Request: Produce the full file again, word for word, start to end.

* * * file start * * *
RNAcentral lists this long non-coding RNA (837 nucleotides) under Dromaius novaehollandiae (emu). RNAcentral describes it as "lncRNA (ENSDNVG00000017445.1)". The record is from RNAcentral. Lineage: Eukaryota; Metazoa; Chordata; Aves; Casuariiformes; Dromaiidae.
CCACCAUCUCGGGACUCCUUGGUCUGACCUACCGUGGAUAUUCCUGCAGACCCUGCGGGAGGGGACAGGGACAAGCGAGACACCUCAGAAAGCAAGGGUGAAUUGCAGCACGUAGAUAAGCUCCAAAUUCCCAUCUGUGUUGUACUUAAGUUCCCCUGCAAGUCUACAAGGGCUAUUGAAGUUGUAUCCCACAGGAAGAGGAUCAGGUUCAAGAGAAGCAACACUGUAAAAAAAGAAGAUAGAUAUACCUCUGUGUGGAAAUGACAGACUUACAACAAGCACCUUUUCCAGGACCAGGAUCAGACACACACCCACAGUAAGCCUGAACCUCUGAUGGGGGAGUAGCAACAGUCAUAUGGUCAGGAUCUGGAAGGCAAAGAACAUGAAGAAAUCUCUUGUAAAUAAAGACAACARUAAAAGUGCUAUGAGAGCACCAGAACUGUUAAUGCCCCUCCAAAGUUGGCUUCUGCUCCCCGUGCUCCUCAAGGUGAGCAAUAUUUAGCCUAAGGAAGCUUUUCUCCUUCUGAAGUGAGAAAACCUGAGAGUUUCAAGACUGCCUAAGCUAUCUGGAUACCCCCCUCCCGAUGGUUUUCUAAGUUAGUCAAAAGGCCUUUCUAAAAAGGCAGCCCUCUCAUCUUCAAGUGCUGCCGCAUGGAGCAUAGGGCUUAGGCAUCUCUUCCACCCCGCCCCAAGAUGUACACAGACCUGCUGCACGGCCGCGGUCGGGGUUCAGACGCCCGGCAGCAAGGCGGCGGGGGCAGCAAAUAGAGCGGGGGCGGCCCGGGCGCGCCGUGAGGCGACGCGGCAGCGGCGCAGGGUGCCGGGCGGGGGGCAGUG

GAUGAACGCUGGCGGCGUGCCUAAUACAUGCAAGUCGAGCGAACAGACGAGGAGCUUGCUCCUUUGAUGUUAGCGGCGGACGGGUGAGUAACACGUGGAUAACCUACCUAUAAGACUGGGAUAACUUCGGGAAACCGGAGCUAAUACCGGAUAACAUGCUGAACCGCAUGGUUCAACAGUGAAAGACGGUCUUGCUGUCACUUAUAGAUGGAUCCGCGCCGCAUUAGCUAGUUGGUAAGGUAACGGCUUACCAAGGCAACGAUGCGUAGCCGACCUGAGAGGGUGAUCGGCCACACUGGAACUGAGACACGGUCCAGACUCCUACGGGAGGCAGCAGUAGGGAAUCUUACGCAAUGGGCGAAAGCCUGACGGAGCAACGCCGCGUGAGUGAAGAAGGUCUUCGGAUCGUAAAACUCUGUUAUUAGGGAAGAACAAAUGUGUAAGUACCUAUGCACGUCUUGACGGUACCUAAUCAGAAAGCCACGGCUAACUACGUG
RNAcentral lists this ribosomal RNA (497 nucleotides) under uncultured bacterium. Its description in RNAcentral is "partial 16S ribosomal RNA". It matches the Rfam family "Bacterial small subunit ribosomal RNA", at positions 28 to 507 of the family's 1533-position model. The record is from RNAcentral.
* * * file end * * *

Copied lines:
RNAcentral lists this long non-coding RNA (837 nucleotides) under Dromaius novaehollandiae (emu). RNAcentral describes it as "lncRNA (ENSDNVG00000017445.1)". The record is from RNAcentral. Lineage: Eukaryota; Metazoa; Chordata; Aves; Casuariiformes; Dromaiidae.
CCACCAUCUCGGGACUCCUUGGUCUGACCUACCGUGGAUAUUCCUGCAGACCCUGCGGGAGGGGACAGGGACAAGCGAGACACCUCAGAAAGCAAGGGUGAAUUGCAGCACGUAGAUAAGCUCCAAAUUCCCAUCUGUGUUGUACUUAAGUUCCCCUGCAAGUCUACAAGGGCUAUUGAAGUUGUAUCCCACAGGAAGAGGAUCAGGUUCAAGAGAAGCAACACUGUAAAAAAAGAAGAUAGAUAUACCUCUGUGUGGAAAUGACAGACUUACAACAAGCACCUUUUCCAGGACCAGGAUCAGACACACACCCACAGUAAGCCUGAACCUCUGAUGGGGGAGUAGCAACAGUCAUAUGGUCAGGAUCUGGAAGGCAAAGAACAUGAAGAAAUCUCUUGUAAAUAAAGACAACARUAAAAGUGCUAUGAGAGCACCAGAACUGUUAAUGCCCCUCCAAAGUUGGCUUCUGCUCCCCGUGCUCCUCAAGGUGAGCAAUAUUUAGCCUAAGGAAGCUUUUCUCCUUCUGAAGUGAGAAAACCUGAGAGUUUCAAGACUGCCUAAGCUAUCUGGAUACCCCCCUCCCGAUGGUUUUCUAAGUUAGUCAAAAGGCCUUUCUAAAAAGGCAGCCCUCUCAUCUUCAAGUGCUGCCGCAUGGAGCAUAGGGCUUAGGCAUCUCUUCCACCCCGCCCCAAGAUGUACACAGACCUGCUGCACGGCCGCGGUCGGGGUUCAGACGCCCGGCAGCAAGGCGGCGGGGGCAGCAAAUAGAGCGGGGGCGGCCCGGGCGCGCCGUGAGGCGACGCGGCAGCGGCGCAGGGUGCCGGGCGGGGGGCAGUG

GAUGAACGCUGGCGGCGUGCCUAAUACAUGCAAGUCGAGCGAACAGACGAGGAGCUUGCUCCUUUGAUGUUAGCGGCGGACGGGUGAGUAACACGUGGAUAACCUACCUAUAAGACUGGGAUAACUUCGGGAAACCGGAGCUAAUACCGGAUAACAUGCUGAACCGCAUGGUUCAACAGUGAAAGACGGUCUUGCUGUCACUUAUAGAUGGAUCCGCGCCGCAUUAGCUAGUUGGUAAGGUAACGGCUUACCAAGGCAACGAUGCGUAGCCGACCUGAGAGGGUGAUCGGCCACACUGGAACUGAGACACGGUCCAGACUCCUACGGGAGGCAGCAGUAGGGAAUCUUACGCAAUGGGCGAAAGCCUGACGGAGCAACGCCGCGUGAGUGAAGAAGGUCUUCGGAUCGUAAAACUCUGUUAUUAGGGAAGAACAAAUGUGUAAGUACCUAUGCACGUCUUGACGGUACCUAAUCAGAAAGCCACGGCUAACUACGUG
RNAcentral lists this ribosomal RNA (497 nucleotides) under uncultured bacterium. Its description in RNAcentral is "partial 16S ribosomal RNA". It matches the Rfam family "Bacterial small subunit ribosomal RNA", at positions 28 to 507 of the family's 1533-position model. The record is from RNAcentral.